I get the feeling that those fans who brought into the idea of Celebrity Wrestling when it was first announced now feel that they've been cheated. The sort of audience they were hoping to draw feel insulted by the show's very concept, and they are now turning over in droves, preferring to watch a Time Lord on his travels than a bunch of Z-list celebrities play silly beggars.

The show has been panned by television critics, it has been panned by wrestlers, and it's been panned by wrestling fans. Now just three weeks into it's run, Celebrity Wrestling has been beaten into submission. This Saturday's show will be the last, with the fate of the four unaired shows still to be decided upon.

Looking at the long term picture, instead of helping the British wrestling industry, it may already have done untold damage. TV executives, having seen how badly a celebrity wrestling show has done in the ratings, may be reluctant to give a real professional wrestling another chance on British terrestrial television. After all, if a bunch of celebrities wrestling couldn't pull in the viewers, what chance do the real ones have?

When Art Imitates Life
Watching the final segments of Raw this past Tuesday, I wondered if Matt Hardy was watching the show. I felt nothing for sympathy for Matt as Lita turned on Kane and sided with Edge as he won the Gold Rush tournament. I wondered how Matt was feeling as the show closed, with Lita kissing Edge on the stage as a groggy Kane looked on from the ring.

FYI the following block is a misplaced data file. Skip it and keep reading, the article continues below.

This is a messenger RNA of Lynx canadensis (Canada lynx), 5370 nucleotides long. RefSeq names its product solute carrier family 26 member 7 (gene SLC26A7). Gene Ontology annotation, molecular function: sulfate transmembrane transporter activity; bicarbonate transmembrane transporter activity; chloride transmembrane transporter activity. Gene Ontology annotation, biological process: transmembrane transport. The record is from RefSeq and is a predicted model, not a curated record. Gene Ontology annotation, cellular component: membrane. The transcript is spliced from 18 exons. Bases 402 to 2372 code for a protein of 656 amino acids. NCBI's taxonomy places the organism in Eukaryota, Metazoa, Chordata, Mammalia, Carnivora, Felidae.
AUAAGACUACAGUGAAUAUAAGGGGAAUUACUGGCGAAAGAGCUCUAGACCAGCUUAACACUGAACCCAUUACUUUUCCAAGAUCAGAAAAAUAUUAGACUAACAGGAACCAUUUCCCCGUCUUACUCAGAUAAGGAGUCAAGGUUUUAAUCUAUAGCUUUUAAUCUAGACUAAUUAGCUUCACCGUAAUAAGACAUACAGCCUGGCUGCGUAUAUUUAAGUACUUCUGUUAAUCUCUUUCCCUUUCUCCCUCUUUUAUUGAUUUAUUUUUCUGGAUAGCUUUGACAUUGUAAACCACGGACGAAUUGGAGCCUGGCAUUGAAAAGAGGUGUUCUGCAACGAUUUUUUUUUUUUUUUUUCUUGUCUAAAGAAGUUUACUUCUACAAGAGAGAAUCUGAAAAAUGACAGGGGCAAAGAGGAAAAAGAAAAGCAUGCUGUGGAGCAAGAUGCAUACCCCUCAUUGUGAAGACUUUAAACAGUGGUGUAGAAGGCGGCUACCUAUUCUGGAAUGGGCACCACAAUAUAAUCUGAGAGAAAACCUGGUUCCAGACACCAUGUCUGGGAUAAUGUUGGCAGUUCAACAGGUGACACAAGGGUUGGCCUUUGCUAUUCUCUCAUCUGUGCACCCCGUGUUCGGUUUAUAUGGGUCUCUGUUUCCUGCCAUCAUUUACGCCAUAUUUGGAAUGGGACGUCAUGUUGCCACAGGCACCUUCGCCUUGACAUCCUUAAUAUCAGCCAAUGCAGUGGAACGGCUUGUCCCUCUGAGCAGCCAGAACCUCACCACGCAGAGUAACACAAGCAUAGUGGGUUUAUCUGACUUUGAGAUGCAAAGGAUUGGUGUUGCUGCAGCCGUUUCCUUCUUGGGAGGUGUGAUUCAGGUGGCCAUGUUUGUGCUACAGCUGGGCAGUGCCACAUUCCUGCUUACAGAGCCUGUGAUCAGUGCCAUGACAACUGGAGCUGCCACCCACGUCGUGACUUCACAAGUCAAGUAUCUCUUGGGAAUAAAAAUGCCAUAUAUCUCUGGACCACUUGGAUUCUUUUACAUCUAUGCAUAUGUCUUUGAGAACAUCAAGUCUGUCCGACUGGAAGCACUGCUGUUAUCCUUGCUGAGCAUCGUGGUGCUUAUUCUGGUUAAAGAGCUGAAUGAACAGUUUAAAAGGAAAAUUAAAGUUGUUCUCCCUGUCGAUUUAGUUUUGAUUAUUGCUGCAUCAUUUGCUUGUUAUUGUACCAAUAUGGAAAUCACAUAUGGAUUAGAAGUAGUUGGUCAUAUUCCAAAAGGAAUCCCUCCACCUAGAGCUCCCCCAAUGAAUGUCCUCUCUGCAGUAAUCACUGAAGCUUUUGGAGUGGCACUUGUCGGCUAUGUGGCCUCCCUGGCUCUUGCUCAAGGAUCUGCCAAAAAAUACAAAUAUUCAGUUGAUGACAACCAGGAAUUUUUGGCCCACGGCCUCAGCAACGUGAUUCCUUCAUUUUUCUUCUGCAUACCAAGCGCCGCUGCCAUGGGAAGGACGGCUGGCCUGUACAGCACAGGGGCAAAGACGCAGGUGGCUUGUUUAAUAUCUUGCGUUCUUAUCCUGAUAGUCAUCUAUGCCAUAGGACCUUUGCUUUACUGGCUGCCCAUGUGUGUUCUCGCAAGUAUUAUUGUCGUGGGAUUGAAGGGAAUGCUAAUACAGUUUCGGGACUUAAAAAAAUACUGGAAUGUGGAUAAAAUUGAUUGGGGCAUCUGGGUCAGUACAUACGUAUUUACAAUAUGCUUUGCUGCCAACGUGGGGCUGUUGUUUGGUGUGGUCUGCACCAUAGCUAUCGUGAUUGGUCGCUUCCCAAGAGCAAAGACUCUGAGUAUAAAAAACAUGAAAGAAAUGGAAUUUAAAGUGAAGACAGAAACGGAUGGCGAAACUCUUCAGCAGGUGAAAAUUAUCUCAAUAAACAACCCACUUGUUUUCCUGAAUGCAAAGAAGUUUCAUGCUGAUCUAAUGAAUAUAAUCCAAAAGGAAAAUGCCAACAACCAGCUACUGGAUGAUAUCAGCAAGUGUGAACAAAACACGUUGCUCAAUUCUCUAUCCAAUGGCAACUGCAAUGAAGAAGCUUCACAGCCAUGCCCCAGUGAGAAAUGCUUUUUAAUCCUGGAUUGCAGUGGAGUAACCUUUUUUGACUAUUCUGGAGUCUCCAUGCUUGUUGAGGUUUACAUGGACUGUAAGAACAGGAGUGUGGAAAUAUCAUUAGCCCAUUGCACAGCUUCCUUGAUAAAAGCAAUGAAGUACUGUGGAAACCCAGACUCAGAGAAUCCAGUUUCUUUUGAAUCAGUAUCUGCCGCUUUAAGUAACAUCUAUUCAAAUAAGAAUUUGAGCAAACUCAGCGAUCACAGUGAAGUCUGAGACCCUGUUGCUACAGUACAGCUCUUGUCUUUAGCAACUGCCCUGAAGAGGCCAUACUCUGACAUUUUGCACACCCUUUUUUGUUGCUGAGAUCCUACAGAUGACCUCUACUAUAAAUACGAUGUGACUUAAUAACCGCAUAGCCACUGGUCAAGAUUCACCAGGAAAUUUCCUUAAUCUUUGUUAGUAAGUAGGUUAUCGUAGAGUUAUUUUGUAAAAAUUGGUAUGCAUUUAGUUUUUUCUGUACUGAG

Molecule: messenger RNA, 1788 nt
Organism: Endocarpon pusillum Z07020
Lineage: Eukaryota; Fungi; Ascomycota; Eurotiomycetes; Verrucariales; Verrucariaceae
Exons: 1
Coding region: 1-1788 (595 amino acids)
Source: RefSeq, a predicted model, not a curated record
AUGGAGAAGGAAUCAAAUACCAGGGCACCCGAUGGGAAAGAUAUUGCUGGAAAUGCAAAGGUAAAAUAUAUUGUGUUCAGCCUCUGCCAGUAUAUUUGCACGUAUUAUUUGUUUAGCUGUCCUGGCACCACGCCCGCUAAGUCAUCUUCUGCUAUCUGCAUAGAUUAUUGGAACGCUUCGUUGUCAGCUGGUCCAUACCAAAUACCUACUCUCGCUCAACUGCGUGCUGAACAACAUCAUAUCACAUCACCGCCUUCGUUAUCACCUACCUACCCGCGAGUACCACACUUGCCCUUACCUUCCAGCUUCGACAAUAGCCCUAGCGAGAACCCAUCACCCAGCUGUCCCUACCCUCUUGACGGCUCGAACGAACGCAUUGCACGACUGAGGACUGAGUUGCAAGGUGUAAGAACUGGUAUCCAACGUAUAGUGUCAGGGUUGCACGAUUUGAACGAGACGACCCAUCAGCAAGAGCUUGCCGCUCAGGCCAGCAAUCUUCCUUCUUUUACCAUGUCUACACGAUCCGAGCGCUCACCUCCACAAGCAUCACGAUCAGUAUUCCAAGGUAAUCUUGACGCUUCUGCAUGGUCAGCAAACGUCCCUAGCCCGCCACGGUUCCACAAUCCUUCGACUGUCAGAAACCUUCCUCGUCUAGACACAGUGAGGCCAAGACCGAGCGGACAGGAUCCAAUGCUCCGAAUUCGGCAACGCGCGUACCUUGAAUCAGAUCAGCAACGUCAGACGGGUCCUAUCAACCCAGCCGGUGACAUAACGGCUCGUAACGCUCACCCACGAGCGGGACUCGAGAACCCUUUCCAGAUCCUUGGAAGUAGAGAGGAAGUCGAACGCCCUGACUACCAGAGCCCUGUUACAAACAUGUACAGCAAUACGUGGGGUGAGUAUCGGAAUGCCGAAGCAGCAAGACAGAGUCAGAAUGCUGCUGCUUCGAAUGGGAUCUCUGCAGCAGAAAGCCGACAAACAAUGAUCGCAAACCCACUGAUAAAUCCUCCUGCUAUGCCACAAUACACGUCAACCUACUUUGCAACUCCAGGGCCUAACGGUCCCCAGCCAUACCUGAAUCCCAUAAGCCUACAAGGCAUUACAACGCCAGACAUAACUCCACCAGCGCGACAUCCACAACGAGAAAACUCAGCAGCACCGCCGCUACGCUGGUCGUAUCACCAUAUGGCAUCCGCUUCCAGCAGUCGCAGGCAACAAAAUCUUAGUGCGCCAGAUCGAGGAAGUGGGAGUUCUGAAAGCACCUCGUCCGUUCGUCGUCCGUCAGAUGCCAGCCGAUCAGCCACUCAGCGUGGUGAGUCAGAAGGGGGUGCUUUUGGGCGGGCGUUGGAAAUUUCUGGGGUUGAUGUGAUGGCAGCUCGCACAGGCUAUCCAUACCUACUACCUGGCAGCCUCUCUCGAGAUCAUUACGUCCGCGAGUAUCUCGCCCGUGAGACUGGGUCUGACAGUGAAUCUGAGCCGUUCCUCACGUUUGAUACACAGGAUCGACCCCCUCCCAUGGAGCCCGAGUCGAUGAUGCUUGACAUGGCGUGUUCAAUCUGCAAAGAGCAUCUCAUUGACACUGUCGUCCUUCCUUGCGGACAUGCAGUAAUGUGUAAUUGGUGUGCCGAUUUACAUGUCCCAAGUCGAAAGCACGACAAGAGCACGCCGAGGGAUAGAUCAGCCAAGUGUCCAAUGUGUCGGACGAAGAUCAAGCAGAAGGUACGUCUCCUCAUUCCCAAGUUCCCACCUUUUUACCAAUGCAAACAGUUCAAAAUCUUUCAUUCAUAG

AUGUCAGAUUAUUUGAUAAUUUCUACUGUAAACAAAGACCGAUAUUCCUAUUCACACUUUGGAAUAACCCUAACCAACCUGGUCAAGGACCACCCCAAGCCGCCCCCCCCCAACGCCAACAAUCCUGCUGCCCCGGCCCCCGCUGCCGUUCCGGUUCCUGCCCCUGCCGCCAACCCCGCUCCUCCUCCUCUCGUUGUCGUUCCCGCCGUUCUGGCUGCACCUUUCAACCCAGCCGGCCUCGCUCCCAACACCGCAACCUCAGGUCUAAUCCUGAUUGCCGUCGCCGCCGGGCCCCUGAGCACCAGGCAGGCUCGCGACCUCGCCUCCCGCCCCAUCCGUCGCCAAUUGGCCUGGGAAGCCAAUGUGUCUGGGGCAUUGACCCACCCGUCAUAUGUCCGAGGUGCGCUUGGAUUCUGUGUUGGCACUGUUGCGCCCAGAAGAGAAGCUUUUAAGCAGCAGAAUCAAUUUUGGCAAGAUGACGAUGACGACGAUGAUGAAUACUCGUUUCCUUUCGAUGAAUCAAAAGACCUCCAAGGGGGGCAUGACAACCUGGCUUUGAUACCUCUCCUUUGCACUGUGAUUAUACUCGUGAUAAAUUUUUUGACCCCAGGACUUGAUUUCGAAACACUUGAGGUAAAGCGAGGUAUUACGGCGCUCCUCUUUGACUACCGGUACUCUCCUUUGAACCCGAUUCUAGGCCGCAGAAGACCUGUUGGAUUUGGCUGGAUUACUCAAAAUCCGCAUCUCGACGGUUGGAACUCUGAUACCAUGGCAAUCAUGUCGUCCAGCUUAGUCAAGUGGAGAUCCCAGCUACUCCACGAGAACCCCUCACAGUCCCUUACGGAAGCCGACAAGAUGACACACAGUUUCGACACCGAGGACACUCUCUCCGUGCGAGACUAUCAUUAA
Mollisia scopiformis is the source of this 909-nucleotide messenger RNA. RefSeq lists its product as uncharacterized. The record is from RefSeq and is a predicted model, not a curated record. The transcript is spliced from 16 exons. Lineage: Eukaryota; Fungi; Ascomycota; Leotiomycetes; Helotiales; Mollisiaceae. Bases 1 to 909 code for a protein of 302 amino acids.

This isn't the first time WWE have used real life events to increase ratings. Those of us who have been watching the WWE for years remember Sgt. Slaughter's pledge of allegiance to "the brave Iraqi nation" as allied troops were dying in the Middle-East.

The WWE was seriously condemned back then, and for me, the Lita/Edge story line is just as tasteless. Deep down, we all knew that the WWE creatives would try and weave this into a story line somehow. I even called this a few weeks ago.

But think of Matt Hardy in this situation. The woman he loves and wanted to marry began an affair with one of his best friends. Because of this, Hardy was pulled from the biggest show of the year, and a few weeks later he lost his job. Now, the events that cost him so much are now being played out on television screens around the world.

Now there are rumours that Vince McMahon has realized he made a mistake in releasing Matt, and is considering bringing him back. If I was Matt, I'd tell McMahon to take his job and stick it where the sun don't shine. McMahon has robbed Matt of his career, and with this new story line he's robbed Matt of his dignity.

The best thing Matt Hardy can do now is forge a tremendous career away from WWE, and really stick it to them by showing what a great performer he is. He truly deserves whatever success he can get now.

As for Edge & Lita, I think I'll join the fans on this one.

13th July

Ever felt like you’ve been conned?

Remember a guy called Brian Heffron? Remember a while back, how at the end of ECW’s One Night Stand, JBL came into the ring and literally battered the hell out of Heffron? Remember those photos that appeared on the Internet? Remember the countless interviews we read about how pissed off everyone was at JBL for what he did? Remember how Tracey Smothers challenged JBL to a shoot fight? Remember how Heffron said he was considering legal action against JBL and the WWE?

Remember what happened next?